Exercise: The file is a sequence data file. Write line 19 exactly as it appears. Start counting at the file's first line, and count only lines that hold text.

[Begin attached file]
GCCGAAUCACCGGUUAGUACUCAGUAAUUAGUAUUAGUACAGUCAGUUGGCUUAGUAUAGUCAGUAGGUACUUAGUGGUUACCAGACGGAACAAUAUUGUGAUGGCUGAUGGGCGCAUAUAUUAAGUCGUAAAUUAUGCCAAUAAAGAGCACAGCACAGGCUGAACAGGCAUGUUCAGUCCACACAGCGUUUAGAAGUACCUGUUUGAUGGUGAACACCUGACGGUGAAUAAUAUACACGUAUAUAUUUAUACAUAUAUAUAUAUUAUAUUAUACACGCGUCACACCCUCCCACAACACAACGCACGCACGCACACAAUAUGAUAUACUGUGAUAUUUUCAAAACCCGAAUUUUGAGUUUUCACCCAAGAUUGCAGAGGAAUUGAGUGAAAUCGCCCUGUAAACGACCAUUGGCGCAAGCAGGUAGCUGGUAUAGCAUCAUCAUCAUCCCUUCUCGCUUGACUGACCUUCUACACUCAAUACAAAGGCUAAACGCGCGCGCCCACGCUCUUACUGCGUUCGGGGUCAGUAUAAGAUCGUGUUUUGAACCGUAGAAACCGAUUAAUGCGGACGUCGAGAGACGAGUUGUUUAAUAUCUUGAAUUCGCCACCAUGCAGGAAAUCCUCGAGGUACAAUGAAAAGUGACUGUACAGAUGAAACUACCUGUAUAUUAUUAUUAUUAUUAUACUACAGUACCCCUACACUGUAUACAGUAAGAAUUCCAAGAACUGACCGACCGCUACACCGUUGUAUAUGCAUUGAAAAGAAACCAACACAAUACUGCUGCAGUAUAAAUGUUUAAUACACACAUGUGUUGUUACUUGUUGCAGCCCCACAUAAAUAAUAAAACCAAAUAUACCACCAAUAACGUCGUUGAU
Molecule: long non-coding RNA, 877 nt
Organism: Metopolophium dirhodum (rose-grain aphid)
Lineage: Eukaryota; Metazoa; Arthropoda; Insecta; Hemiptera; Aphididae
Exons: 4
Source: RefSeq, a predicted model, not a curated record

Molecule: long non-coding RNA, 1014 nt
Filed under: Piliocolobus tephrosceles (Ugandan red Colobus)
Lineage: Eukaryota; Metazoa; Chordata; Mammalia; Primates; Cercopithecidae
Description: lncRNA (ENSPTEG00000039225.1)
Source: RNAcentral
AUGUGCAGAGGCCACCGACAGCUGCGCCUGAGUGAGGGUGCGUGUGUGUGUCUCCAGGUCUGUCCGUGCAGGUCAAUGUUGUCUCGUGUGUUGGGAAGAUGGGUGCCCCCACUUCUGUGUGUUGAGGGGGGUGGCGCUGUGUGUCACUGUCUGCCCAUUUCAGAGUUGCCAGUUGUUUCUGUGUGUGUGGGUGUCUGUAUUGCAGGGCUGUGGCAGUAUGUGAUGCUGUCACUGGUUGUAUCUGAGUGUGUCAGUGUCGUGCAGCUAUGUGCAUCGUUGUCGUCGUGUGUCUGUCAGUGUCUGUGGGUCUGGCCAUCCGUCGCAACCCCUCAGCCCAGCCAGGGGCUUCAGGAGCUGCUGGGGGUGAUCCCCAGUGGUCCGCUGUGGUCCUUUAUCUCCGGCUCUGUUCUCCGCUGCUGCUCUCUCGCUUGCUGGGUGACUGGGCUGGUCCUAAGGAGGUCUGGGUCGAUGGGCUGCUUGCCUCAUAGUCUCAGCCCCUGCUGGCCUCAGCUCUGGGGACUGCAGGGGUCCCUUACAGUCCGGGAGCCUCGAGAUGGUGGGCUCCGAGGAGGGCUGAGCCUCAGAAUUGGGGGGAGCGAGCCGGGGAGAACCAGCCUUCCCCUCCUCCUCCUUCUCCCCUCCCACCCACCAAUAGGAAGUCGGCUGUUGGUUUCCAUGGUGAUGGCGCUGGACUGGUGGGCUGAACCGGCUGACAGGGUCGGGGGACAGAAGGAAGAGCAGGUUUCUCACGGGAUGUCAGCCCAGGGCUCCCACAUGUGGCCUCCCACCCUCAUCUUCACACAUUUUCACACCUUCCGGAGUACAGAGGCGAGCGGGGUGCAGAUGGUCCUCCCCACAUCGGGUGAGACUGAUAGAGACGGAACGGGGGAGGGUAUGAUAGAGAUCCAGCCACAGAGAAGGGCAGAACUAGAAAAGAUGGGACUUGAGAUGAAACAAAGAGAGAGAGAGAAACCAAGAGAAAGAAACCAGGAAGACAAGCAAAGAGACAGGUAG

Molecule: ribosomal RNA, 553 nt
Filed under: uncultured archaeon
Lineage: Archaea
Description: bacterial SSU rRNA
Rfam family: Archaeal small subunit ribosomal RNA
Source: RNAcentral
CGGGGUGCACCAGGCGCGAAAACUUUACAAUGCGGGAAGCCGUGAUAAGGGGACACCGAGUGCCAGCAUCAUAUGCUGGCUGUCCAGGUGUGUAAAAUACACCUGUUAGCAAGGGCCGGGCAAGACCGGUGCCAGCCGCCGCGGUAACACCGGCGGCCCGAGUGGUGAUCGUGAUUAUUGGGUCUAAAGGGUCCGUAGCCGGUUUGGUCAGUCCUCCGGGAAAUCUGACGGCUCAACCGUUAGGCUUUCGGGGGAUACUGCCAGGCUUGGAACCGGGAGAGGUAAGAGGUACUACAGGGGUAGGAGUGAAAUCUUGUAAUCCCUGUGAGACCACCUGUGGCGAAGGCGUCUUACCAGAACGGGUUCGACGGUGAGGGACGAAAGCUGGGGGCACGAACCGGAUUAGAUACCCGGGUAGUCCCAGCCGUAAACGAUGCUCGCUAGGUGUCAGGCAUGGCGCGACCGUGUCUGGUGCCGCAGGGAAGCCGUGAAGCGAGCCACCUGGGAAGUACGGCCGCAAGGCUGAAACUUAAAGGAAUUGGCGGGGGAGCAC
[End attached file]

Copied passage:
CGGGGUGCACCAGGCGCGAAAACUUUACAAUGCGGGAAGCCGUGAUAAGGGGACACCGAGUGCCAGCAUCAUAUGCUGGCUGUCCAGGUGUGUAAAAUACACCUGUUAGCAAGGGCCGGGCAAGACCGGUGCCAGCCGCCGCGGUAACACCGGCGGCCCGAGUGGUGAUCGUGAUUAUUGGGUCUAAAGGGUCCGUAGCCGGUUUGGUCAGUCCUCCGGGAAAUCUGACGGCUCAACCGUUAGGCUUUCGGGGGAUACUGCCAGGCUUGGAACCGGGAGAGGUAAGAGGUACUACAGGGGUAGGAGUGAAAUCUUGUAAUCCCUGUGAGACCACCUGUGGCGAAGGCGUCUUACCAGAACGGGUUCGACGGUGAGGGACGAAAGCUGGGGGCACGAACCGGAUUAGAUACCCGGGUAGUCCCAGCCGUAAACGAUGCUCGCUAGGUGUCAGGCAUGGCGCGACCGUGUCUGGUGCCGCAGGGAAGCCGUGAAGCGAGCCACCUGGGAAGUACGGCCGCAAGGCUGAAACUUAAAGGAAUUGGCGGGGGAGCAC